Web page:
When you set aside the fantastic from epic/high fantasy you can surely conclude that you are reading a story that is not modern, but set in a time long past. Today, fantasy fiction is pretty much presented in three different facets—High Fantasy, Urban Fantasy and Historical Fantasy—but sometimes mixes some of the three. Urban Fantasy is usually set in the “real world” in contemporary times, but the other two facets, High and Historical Fantasy primarily takes place in a setting that is far from modern.
High Fantasy is predominant in the use of Anglo-Saxon history, holding strong to the Medieval period for its entire setting, but in a secondary world. Historical Fantasy takes a historical period in the mundane world and adds elements of the fantastic. From this point forward, when I talk about fantasy, I will be talking specifically about High (Epic) Fantasy and Historical Fantasy, as these two sub genres are the keystone of fantasy fiction.
Fantasy is a kind of mosaic of different inspirations from various histories and cultures, with the flavor of magic, adventure, and fantastic creatures—like a recipe of many ingredients to form an imaginative story. Most writers of fantasy are people fascinated by history in one way or another; with a good handful of them being historians themselves, such as J.R.R. Tolkien, C.S. Lewis, Judith Tarr, and Sara Douglass, just to name a few.
Think about how history is presented to us. Whenever a historian writes a non-fiction book about a prominent historical figure or event they construct it into a story in a way. They do not have any way of knowing for sure what Cleopatra was thinking, or why Alexander the Great did a certain thing, or how George Washington acted when he was a kid. The historian is taking recorded facts about an individual or event and piecing it together into a cohesive narrative, often speaking as if they were there and are certain that every account that they are reporting is accurate. But, at the end of the day, it’s all constructed; it’s not entirely true in a sense. Likewise, paleontologist piece together fossils and bones and try to illustrate and describe the appearance of long-extinct creatures and convince us of their survival habits, but they cannot be 100% certain.
The power of the human imagination can take a historical figure like Bishop Nicholas of Myra and turn him into Santa Claus, or take an affair between Cleopatra VII and Marcus Antonius (Mark Antony) and romanticize it, or be inspired by Vlad III Dracula to bring about the iconic character of Count Dracula. A lot of people probably obtain most of their knowledge of Julius Caesar from William Shakespeare’s play, The Tragedy of Julius Caesar, which was a fictional dramatization based on the conspiracy to kill Julius Caesar. Creators of fiction, in great sums, have an almost natural urge to be inspired by historical persons and events. It seems to be mankind’s desire to write, read and watch stories of mankind in any shape or form—even in the form of fantasy.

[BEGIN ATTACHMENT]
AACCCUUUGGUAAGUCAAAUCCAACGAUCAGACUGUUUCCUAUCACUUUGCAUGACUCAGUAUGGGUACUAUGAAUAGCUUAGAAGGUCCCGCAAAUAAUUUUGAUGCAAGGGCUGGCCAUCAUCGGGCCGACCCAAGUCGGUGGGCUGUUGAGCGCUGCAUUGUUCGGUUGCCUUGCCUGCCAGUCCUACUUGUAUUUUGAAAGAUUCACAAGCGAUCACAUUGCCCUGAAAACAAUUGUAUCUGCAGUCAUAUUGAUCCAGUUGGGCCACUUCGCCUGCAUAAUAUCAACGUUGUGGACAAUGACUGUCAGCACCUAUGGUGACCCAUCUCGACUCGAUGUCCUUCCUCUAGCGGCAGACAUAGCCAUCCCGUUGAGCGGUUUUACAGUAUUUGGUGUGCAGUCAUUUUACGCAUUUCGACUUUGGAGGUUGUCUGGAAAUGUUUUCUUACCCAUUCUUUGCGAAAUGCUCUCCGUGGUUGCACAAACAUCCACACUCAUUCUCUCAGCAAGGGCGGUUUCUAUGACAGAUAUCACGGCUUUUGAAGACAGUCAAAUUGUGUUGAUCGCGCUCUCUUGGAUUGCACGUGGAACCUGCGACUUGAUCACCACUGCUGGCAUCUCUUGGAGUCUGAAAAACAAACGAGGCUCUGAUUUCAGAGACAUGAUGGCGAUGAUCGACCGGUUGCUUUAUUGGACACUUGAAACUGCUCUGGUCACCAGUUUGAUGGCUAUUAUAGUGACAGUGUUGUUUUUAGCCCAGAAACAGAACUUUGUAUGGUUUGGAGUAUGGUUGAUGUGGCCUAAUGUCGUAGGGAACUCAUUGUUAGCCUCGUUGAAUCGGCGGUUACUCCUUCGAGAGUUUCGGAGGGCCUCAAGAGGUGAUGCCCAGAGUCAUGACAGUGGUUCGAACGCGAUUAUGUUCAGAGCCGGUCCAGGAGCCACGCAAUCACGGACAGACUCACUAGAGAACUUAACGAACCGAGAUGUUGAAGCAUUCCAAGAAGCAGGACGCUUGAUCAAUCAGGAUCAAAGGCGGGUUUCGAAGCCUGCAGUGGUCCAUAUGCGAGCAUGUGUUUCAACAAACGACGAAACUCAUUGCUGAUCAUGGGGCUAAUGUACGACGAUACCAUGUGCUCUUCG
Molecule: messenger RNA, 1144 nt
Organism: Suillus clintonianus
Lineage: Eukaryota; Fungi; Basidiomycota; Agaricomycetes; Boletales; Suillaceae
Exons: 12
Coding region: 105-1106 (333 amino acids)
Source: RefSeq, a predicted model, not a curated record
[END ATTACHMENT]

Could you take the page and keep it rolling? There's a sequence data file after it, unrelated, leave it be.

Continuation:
Guy Gavriel Kay is widely know for his fantasy books inspired by historical persons and events, transforming real historical periods within secondary worlds and bringing life to fictional characters inspired by people of the past. He said, “I do as much research as I can in a period of history, and then I do a quarter-turn to the fantastic. …that quarter-turn to the fantastic is under-penned by respect for the actual period and the actual people that I’m using as the inspiration for my novels.” Kay’s strategy is to craft stories out of real settings, letting some of his characters be fictional representations of figures in history. He stays away from retellings of history; in his own words: “…not wanting to project my imagination on to the real lives of real people.”
Robert Jordan noted the use of bits and pieces of historical cultures in his Wheel of Time books; such as the ancient Celts, the Shogunates of Japan, and 17TH century France. In regards to the city-state of Mayene in his books, Jordan said, “Mayene is based culturally on the cities of the Hanseatic League, as well as Venice and Genoa when those cities were world commercial powers and city-states in themselves.” These were just a few of many things he took and used as influences on his fantasy world.
In regards to his book series, A Song of Ice and Fire, George R.R. Martin said, “…although I've drawn on many parts of history, the War of the Roses is probably the one my story is closest to.” He also said, “I like to use history to flavor my fantasy, to add texture and verisimilitude, but simply rewriting history with the names changed has no appeal for me. I prefer to re-imagine it all, and take it in new and unexpected directions.” In an interview with Time Magazine (online) back in April of 2011, Martin speaks a little more about his work and briefly on how history is related in fantasy fiction—click here to read it.
In my next post I’ll continue the discussion on history in fantasy, expounding on more authors and books that pull inspiration from history.